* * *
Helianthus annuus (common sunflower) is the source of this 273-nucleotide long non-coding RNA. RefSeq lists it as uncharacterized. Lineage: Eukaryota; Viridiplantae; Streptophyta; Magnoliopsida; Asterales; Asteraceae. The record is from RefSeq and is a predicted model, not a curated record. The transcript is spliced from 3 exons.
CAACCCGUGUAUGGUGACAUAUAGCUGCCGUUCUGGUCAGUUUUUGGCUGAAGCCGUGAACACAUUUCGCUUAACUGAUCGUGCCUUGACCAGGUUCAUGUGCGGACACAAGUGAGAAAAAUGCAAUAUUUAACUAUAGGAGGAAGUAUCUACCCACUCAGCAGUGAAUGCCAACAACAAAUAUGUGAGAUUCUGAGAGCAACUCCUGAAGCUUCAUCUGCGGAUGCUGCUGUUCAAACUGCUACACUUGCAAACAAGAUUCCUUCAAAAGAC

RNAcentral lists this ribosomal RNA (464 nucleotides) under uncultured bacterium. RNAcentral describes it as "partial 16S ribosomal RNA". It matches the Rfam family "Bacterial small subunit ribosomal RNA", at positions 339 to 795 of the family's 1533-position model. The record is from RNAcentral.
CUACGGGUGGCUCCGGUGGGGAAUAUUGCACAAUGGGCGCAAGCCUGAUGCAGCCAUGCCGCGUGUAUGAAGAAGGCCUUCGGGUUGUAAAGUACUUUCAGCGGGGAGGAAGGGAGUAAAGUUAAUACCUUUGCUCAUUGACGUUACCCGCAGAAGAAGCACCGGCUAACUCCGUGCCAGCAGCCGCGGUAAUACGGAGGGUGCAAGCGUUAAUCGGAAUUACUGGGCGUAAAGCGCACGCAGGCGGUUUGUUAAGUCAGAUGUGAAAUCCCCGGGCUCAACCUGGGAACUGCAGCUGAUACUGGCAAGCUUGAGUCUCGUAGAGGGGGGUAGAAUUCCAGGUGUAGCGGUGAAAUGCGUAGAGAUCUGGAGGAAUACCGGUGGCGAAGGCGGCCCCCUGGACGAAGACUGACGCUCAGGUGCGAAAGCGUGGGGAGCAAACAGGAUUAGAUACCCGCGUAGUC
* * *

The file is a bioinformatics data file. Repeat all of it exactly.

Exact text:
Helianthus annuus (common sunflower) is the source of this 273-nucleotide long non-coding RNA. RefSeq lists it as uncharacterized. Lineage: Eukaryota; Viridiplantae; Streptophyta; Magnoliopsida; Asterales; Asteraceae. The record is from RefSeq and is a predicted model, not a curated record. The transcript is spliced from 3 exons.
CAACCCGUGUAUGGUGACAUAUAGCUGCCGUUCUGGUCAGUUUUUGGCUGAAGCCGUGAACACAUUUCGCUUAACUGAUCGUGCCUUGACCAGGUUCAUGUGCGGACACAAGUGAGAAAAAUGCAAUAUUUAACUAUAGGAGGAAGUAUCUACCCACUCAGCAGUGAAUGCCAACAACAAAUAUGUGAGAUUCUGAGAGCAACUCCUGAAGCUUCAUCUGCGGAUGCUGCUGUUCAAACUGCUACACUUGCAAACAAGAUUCCUUCAAAAGAC

RNAcentral lists this ribosomal RNA (464 nucleotides) under uncultured bacterium. RNAcentral describes it as "partial 16S ribosomal RNA". It matches the Rfam family "Bacterial small subunit ribosomal RNA", at positions 339 to 795 of the family's 1533-position model. The record is from RNAcentral.
CUACGGGUGGCUCCGGUGGGGAAUAUUGCACAAUGGGCGCAAGCCUGAUGCAGCCAUGCCGCGUGUAUGAAGAAGGCCUUCGGGUUGUAAAGUACUUUCAGCGGGGAGGAAGGGAGUAAAGUUAAUACCUUUGCUCAUUGACGUUACCCGCAGAAGAAGCACCGGCUAACUCCGUGCCAGCAGCCGCGGUAAUACGGAGGGUGCAAGCGUUAAUCGGAAUUACUGGGCGUAAAGCGCACGCAGGCGGUUUGUUAAGUCAGAUGUGAAAUCCCCGGGCUCAACCUGGGAACUGCAGCUGAUACUGGCAAGCUUGAGUCUCGUAGAGGGGGGUAGAAUUCCAGGUGUAGCGGUGAAAUGCGUAGAGAUCUGGAGGAAUACCGGUGGCGAAGGCGGCCCCCUGGACGAAGACUGACGCUCAGGUGCGAAAGCGUGGGGAGCAAACAGGAUUAGAUACCCGCGUAGUC